At a time when normal rail freight traffic has plunged, Canadian National Railway is revving up its jet fuel hauls at Toronto’s Lester B. Pearson International Airport.
That traffic has grown so much in recent years that customers opened a $59 million facility by the airport to offload rail tank cars, so they can put the fuel into storage tanks and pipes there to distribute it to the airlines.
“We've developed a substantial business at Pearson – one that didn't exist a half-decade ago – and we see potential for future jet fuel traffic moves in Vancouver, Calgary and Winnipeg,” said James Foote, CN’s executive vice-president for sales and marketing.
The railroad brings the fuel in from facilities either at the port in Quebec City, or from Toledo, Ohio, by way of a CN transload terminal in Flat Rock, Mich.
CN said this business began six years ago when Air Canada began sourcing jet fuel for use at Pearson by rail from an import terminal near Quebec City.
Until recently, the fuel came into CN's main classification yard in northern Toronto and was trucked to the airport. CN spokesman Mark Hallman said each tank car generated two truckloads, and previous volume put 24 to 28 trucks a day on area roads.
Paul Whitty, the airline’s director of fuel purchasing and supply, said “our partnership with CN has enabled Air Canada to improve the economics of its fuel purchases. This is extremely important to us in a challenging environment for airlines.”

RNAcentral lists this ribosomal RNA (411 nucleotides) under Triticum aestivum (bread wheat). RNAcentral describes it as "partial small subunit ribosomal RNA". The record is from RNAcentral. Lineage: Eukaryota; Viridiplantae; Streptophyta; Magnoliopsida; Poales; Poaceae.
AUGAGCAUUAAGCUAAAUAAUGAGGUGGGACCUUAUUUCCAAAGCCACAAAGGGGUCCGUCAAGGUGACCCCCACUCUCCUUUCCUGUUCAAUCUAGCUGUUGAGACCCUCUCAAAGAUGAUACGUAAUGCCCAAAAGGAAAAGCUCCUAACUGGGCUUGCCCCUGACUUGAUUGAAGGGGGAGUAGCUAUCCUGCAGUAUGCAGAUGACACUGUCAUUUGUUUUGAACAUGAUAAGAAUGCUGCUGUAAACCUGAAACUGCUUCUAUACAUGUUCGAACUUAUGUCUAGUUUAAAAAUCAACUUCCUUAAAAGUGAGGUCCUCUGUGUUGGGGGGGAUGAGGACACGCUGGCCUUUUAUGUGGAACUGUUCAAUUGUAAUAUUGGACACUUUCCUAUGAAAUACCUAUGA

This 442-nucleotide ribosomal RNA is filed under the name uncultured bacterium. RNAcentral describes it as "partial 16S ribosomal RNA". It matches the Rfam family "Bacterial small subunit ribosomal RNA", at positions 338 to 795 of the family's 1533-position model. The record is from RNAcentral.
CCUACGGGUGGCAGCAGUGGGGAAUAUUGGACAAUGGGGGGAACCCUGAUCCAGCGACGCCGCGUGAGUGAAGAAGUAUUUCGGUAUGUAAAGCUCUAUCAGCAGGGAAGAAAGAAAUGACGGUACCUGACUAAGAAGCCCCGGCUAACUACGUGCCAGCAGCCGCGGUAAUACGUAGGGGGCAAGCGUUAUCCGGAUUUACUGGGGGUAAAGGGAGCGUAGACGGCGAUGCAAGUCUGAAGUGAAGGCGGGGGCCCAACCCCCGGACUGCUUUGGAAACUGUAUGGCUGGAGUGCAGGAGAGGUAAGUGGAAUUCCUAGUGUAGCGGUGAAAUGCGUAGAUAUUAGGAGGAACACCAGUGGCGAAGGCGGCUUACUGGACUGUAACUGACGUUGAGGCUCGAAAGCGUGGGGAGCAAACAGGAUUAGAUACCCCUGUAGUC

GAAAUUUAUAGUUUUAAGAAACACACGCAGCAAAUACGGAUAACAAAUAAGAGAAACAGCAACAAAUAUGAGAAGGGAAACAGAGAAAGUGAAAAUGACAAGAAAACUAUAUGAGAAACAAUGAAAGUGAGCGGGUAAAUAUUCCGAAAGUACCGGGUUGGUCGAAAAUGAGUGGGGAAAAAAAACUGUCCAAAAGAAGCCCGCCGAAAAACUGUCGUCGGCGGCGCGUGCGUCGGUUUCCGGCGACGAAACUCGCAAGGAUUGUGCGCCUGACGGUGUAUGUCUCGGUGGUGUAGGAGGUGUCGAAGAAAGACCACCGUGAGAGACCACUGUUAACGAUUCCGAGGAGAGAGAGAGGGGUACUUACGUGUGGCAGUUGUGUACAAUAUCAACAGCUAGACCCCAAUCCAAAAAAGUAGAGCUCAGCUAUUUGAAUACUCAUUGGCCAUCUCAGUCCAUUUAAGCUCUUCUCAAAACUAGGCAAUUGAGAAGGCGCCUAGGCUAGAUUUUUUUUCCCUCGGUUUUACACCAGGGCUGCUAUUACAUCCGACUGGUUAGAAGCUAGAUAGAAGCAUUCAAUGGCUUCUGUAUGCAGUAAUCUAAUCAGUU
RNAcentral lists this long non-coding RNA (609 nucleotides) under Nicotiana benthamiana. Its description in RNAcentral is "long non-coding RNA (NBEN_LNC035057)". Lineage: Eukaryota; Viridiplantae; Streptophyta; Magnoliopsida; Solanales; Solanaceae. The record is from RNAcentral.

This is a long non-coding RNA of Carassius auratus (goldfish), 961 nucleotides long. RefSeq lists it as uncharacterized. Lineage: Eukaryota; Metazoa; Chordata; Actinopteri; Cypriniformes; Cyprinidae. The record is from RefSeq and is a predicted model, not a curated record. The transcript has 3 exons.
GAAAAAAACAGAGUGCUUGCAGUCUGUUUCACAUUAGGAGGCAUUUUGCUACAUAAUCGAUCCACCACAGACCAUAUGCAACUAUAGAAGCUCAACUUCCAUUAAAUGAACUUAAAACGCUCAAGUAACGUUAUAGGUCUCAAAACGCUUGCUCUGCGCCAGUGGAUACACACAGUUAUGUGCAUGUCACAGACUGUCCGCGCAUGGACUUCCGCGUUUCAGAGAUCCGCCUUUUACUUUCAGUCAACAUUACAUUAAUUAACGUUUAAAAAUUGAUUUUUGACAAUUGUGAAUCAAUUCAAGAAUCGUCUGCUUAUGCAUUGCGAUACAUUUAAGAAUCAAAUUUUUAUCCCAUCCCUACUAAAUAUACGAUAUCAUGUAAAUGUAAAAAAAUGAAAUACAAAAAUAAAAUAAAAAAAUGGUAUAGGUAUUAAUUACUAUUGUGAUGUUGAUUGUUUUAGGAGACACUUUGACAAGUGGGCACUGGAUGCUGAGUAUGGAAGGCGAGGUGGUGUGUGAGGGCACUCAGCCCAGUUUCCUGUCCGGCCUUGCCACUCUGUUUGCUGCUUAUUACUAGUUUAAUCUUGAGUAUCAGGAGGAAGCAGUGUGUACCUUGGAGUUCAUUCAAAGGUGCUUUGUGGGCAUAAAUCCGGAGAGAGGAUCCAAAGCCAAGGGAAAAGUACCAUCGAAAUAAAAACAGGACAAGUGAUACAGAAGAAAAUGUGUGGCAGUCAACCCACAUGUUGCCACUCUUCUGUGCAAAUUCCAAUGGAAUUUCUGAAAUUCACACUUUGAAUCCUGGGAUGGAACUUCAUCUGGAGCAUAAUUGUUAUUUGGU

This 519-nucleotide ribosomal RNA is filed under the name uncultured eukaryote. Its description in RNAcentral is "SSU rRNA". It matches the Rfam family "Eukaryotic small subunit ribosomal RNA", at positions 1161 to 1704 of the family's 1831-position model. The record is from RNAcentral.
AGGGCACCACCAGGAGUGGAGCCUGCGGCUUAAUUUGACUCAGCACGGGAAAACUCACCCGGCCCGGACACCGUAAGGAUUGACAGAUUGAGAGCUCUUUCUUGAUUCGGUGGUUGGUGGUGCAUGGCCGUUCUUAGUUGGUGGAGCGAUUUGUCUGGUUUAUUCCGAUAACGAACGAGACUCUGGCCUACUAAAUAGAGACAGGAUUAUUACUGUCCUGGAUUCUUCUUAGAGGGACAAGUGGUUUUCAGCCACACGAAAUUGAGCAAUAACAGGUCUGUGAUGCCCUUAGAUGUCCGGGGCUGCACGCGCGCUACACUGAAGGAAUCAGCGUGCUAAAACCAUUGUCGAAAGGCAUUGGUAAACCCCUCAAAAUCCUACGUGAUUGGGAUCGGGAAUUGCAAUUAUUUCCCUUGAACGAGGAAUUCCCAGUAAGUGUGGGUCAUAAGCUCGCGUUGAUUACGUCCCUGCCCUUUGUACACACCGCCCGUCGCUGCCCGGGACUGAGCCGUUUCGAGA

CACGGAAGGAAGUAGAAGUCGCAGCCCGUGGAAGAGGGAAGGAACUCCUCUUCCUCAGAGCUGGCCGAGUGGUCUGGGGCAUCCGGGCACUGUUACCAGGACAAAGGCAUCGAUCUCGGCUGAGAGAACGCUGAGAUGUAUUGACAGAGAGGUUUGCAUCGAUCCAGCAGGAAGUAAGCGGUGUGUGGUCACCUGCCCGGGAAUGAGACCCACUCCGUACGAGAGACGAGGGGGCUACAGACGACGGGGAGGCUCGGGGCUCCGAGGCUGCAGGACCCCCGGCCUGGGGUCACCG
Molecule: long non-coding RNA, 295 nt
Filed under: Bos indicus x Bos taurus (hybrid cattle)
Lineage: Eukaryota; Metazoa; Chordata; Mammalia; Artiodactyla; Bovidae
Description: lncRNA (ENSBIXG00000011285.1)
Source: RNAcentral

Over time, so much fuel was coming into Pearson by rail, with more expected, that customers opted for an on-airport terminal. No CN money went to build that facility.
FSM Management Group of Dorval, Que., runs the terminal for the 33-airline member Toronto Fuel Committee. That group leases it from Pearson International Fuel Facilities, which owns all fuel structures and equipment at Pearson, including storage tanks, operation buildings and offices, hydrant carts and fuel tankers.
FSM President James Fee said his firm expects to transfer 775 million liters of jet fuel to the terminal from tank cars this year, for nearly 40 percent of Pearson's total annual fuel use.
That estimate is based on an average of 20 tank cars per day, suggesting the new terminal will handle a larger volume than the railroad shipped before.
Fee also said the terminal’s track and siding infrastructure allows 26 tank cars to be unloaded at once on two tracks. But more track is being built in the current quarter to add another 20 car spots for unloading.
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